By Rowena Edwards
LONDON, (Reuters) – Oil prices were steady Monday but failed to recover last week’s losses. The market balanced tightening supply with worries about global economic slowdown.
Futures fell 14 cents or 0.12% to $112.98 per barrel at 1246 GMT. For the first week in five, front-month prices fell 7.3% last Wednesday.
U.S. West Texas Intermediate crude oil was at $109.69 an increase of 13 cents or 0.12%. For the eighth week in a row, front-month crude prices fell 9.2%.
“Friday’s steep price fall can be seen as a delayed reaction to the concerns about recession that have already been weighing on the prices of other commodities for some time,” said Commerzbank (ETR:) analyst Carsten Fritsch.
Investors and analysts believe that a recession will be more likely following Wednesday’s approval by the U.S. Federal Reserve of the biggest interest rate hike in over a quarter century to limit inflation.
Last week, similar tightening measures were taken by both the Bank of England (BoE) and Swiss National Bank (SNB).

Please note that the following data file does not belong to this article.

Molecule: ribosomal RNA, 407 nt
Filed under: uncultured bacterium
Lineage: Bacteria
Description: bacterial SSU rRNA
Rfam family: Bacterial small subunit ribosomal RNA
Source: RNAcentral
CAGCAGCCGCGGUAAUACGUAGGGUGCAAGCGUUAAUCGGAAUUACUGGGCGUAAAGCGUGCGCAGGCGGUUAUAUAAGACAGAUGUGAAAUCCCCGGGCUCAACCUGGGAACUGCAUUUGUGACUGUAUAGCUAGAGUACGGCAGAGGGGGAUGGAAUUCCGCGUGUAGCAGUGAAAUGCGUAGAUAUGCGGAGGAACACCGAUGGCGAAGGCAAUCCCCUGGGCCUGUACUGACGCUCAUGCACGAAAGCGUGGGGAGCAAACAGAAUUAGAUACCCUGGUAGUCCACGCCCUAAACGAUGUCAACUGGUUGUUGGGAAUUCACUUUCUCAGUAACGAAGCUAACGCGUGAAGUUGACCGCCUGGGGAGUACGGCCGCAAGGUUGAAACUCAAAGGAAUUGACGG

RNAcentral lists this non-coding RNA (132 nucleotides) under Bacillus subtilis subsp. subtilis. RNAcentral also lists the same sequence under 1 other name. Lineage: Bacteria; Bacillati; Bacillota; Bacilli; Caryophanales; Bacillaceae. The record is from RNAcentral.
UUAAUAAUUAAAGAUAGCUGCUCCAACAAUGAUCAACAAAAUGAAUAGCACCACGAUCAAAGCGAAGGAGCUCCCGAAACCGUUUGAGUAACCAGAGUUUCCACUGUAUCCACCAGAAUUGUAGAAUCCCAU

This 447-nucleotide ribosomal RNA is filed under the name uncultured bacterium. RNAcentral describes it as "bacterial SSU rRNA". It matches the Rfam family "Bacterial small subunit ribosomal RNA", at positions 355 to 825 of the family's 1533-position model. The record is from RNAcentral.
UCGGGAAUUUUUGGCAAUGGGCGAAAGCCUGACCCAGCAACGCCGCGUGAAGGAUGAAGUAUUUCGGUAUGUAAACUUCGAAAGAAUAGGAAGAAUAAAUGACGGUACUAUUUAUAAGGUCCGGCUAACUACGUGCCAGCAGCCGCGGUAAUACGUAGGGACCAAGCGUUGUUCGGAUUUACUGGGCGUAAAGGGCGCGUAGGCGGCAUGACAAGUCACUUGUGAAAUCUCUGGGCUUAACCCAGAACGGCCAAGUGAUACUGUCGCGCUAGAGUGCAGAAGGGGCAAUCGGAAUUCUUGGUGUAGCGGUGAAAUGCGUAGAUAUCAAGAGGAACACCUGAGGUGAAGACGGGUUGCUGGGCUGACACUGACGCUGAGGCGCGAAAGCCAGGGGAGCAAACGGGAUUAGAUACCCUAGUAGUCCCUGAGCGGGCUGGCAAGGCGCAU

Brent crude oil futures touched Monday their lowest level in over a month. However, some analysts believe the slump will be temporary.
The supply of oil will continue to be tight, which will support high prices. Stephen Brennock, a PVM analyst, stated that Brent’s norm is still $120/bbl.
After Russia’s invasion of Ukraine, Western sanctions reduced Russia’s access to oil. Russia considers this a “special operations”.
China imported Russia 55% more than it did a year ago, which displaced Saudi Arabia as its top supplier. However, declining oil product exports are a result of China’s export quotas.
Oil prices have been supported by tight refined product markets.
Analysts are expecting limited summer increases by the Organization of the Petroleum Exporting Countries, (OPEC), and its partners. This group is collectively called OPEC+.
Libya’s oil production is still volatile after blockades in its east. The country’s output was recently estimated to be 700,000 barrels per day.
The prospects for Iranian sanctions relief, which could allow the country to see a substantial increase in its crude exports are dimming.
Some mitigation has been achieved for the tight supply by the United States’ release of its strategic petroleum resources. Baker Hughes Co. data on rig counts shows that the U.S. is seeing an increase in production.